How to avoid AI responses

There are alternatives. You can always go back to the traditional Google search with its 10 blue links. Click ‘More’ in the menu – All, News, Images, Maps, Videos and more – directly below the search field at the top of the Google search page and select ‘Web’.

You can then do what you’ve probably been doing for decades: search some of the top results, visit a few of those sites, and decide for yourself. It takes some work, but it gives you back the ability to research multiple sites and evidence to support or refute something. More importantly, you leave the possibilities open for learning, discovery, and serendipity.

AI Overviews is like fast food delivered through a drive-through window: it’s fast, hot, and convenient, but not the healthiest choice. Searching through traditional Google search results is like looking at a menu at a restaurant and placing an order, only to have it take a while before it gets to your table. You can ask your server questions about these items and even request some changes to the restaurant’s offerings. It is prepared with more care, customization and control, but also takes longer and can be more expensive.

However, these are not the only methods for finding information. There are alternatives to Google’s search engine, including special search tools.

For scholarly needs, Google Scholar, Semantic Scholar, and CORE are useful places to look for research papers and citations. Looking for medical information? Try PubMed, ScienceDirect and OpenMD. For legal needs, some services include Fastcase, Caselaw Access Project and CourtListener.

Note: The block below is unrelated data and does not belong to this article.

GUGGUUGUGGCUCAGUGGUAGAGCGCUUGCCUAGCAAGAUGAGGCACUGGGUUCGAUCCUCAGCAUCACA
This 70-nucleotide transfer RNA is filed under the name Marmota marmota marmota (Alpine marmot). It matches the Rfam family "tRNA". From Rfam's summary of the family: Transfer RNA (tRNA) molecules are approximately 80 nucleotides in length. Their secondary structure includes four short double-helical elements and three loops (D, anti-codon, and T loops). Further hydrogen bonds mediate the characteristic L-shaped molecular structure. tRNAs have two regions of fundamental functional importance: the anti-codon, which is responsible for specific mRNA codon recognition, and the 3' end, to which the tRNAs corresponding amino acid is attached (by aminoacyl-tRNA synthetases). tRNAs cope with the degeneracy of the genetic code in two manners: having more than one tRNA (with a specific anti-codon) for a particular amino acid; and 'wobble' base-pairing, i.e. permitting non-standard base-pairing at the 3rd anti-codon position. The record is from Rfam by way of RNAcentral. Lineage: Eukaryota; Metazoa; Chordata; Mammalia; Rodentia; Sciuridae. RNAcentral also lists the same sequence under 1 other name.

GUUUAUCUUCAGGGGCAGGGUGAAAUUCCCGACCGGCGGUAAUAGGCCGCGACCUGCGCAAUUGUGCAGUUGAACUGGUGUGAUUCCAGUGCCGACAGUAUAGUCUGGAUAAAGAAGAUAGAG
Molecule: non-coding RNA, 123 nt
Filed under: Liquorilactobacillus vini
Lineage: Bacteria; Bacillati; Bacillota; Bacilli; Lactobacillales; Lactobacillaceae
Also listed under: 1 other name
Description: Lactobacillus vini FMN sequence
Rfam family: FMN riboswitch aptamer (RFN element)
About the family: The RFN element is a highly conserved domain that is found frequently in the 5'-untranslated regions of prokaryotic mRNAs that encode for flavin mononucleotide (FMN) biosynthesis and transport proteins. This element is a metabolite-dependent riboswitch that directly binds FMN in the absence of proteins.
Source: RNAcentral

Concerned about privacy? Check out DuckDuckGo, Startpage and Swisscows. If you still want AI-generated answers, some of the alternatives to Google’s AI Overviews and rival Bing’s Copilot include and Komo, which offer more transparency about the data they collect about you, offer more privacy, and also offer ways to opt out of having your data collected for training their AI models.

A balanced information diet

You may not be able to afford to eat out at a nice restaurant or prepare every meal from scratch every time, but it’s important to avoid having to endure a drive-through for all your food. After all, you are what you eat, and similarly, you are how you search.

It’s easy to fall for sensational headlines and bite-sized news stories without context. But you don’t have to let that define you. You can expand the scope of your search. It’s fine to take a drive every now and then and go for AI overviews, but it’s important to also find other, healthier ways to meet your needs – for food and for information.

This article is republished from The Conversation, an independent nonprofit organization providing facts and analysis to help you understand our complex world.

It is written by: Chirag Shah, University of Washington.

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Chirag Shah has received funding from the National Science Foundation (NSF) and The Gates Foundation in the past year.